The Department of Homeland Security has sent Trump recommendations for entry restrictions and additional visa requirements based on shortcomings in the information each country shares with the US and an assessment of the risk of terrorist infiltration the nation poses, administration officials told reporters on Friday.
President Donald Trump is scrapping his controversial blanket ban on travel from six Muslim-majority countries in favor of placing individual targeted restrictions on more nations, the Wall Street Journal first reported Friday. But the ban on travelers from six Muslim-majority countries expires Sunday, and the White House is expected to announce what happens next.
However officials would not say which countries' travelers would face the restrictions, nor would they say what the specific restrictions would be - indicating the final decision would be the president's. Officials notified the governments in those nations that travel to the United States could be severely restricted if they did not increase those standards. Taylor said some of them provided enough information or made changes to get removed from the list of countries with inadequate security.
The revised order was also delayed by the courts, but the U.S.
The Journal's sources said roughly half of those countries, upon learning they could be targeted, implemented changes that satisfied the US's demands.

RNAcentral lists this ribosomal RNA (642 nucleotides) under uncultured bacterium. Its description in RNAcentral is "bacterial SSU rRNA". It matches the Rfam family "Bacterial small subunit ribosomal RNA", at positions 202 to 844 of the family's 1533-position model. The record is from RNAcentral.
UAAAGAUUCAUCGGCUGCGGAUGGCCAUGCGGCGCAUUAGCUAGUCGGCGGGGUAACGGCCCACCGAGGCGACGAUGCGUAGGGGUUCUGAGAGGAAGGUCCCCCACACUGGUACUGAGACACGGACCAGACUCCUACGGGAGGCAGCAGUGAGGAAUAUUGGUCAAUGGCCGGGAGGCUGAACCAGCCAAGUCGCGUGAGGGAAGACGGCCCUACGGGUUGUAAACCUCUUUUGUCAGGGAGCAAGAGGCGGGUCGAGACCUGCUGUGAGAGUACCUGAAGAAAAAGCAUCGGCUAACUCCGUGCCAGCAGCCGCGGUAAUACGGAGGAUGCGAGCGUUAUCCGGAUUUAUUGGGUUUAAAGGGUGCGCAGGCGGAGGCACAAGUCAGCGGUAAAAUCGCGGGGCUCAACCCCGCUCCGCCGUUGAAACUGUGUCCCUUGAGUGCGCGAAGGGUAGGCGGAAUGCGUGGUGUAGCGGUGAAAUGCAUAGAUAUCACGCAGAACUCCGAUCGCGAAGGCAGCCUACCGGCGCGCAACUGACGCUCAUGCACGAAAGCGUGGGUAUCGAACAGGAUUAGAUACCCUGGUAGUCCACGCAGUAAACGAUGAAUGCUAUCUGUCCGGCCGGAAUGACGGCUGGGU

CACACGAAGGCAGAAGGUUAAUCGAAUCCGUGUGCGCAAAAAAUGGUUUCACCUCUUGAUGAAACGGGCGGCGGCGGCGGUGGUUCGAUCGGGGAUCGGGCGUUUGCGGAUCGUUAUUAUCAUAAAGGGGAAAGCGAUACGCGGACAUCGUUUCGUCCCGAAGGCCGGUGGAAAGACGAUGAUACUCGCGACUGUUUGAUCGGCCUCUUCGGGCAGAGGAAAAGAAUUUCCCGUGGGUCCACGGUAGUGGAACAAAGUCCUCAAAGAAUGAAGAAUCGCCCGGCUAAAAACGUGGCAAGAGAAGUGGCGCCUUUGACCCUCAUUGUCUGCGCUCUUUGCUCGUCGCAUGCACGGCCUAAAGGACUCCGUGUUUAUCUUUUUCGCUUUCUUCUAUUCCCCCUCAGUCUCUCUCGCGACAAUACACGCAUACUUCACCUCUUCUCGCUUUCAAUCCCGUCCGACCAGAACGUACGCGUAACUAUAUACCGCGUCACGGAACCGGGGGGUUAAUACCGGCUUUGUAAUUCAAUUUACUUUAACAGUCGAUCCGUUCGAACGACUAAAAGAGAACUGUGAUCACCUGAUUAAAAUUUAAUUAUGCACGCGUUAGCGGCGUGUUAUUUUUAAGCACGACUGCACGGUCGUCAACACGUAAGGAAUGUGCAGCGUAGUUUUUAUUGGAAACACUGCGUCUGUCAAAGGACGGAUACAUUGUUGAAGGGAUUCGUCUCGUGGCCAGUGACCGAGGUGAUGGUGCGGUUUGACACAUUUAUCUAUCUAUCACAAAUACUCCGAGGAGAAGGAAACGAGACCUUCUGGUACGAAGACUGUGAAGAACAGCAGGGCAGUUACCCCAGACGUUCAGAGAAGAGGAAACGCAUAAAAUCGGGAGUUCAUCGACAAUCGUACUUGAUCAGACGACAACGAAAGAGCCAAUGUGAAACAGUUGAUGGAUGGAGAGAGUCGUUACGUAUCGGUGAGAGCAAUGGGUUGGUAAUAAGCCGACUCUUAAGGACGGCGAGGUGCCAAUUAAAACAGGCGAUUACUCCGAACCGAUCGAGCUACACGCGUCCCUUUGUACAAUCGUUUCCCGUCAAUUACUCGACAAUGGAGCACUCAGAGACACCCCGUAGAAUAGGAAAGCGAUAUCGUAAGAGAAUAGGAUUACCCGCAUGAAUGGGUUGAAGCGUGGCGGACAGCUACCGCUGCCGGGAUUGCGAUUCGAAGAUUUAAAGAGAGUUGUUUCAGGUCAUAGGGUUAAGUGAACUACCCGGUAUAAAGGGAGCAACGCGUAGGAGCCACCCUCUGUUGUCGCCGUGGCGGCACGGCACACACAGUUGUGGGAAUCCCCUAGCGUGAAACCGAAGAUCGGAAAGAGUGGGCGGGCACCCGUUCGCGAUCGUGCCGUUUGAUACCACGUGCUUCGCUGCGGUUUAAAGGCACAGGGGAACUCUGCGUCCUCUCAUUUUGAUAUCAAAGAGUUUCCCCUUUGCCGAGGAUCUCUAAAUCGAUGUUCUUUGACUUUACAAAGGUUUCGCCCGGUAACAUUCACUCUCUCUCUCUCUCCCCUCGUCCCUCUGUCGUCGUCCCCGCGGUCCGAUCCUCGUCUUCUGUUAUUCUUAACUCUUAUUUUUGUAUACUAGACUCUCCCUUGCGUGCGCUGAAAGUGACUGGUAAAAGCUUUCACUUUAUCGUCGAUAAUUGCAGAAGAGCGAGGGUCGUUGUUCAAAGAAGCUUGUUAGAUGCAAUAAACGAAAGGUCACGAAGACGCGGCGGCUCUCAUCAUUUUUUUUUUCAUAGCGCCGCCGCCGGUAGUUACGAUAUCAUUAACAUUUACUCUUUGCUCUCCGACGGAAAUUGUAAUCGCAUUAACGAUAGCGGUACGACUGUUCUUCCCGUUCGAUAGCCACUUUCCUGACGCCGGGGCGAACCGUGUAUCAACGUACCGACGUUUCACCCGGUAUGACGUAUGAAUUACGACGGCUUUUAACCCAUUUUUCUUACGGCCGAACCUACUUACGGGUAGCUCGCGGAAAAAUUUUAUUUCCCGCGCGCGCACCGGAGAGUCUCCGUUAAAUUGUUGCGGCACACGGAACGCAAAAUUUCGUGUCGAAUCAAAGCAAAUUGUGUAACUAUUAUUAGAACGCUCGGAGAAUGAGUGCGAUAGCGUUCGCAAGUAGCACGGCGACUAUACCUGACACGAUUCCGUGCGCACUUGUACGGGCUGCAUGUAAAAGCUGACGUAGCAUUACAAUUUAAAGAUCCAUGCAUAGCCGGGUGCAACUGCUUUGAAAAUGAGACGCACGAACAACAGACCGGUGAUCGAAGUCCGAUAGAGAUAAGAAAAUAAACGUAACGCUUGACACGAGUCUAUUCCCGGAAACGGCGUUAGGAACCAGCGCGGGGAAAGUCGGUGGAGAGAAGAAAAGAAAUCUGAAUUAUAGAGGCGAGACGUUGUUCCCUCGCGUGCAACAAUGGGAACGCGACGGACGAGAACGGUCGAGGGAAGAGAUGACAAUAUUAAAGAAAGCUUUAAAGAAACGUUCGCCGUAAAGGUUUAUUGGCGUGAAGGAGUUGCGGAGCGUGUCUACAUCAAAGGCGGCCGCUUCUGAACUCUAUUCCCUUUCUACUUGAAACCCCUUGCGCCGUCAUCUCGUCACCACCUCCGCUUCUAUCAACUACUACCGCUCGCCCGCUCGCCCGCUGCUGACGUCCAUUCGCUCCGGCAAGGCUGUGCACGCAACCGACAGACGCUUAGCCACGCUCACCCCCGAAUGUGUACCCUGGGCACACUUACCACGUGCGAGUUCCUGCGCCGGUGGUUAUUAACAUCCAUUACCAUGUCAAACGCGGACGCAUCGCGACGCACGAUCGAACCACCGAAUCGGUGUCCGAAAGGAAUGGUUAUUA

Foreign nations were given a list of minimum requirements for entry into the USA, similar to what the Department of Homeland Security now requires of persons entering the country from visa waiver nations, including biometric passport data and background checks.
The Department of Homeland Security sent Trump a classified report last week with details on its review of the vetting process for people entering the US, said DHS spokesman David Lapan.
After a bomb partially exploded on a London subway last week, Trump once again called for a tougher ban.
Trump's ban, which went into effect in June following a round of legal challenges, has applied to citizens of Iran, Libya, Somalia, Sudan, Syria and Yemen who lacked a "credible claim of a bona fide relationship with a person or entity in the United States". "But stupidly, that would not be politically correct!"
The long and winding road to the Supreme Court for President Trump's travel ban may require yet another detour as the White House prepares to revise or replace it.
During his presidential campaign, Trump called for a "total and complete shutdown of Muslims entering the United States".
Oral arguments are scheduled to begin on October 10.
The ban was crafted to expire 90 days after implementation, but the clock only started ticking after the Supreme Court allowed the ban to start, pending review.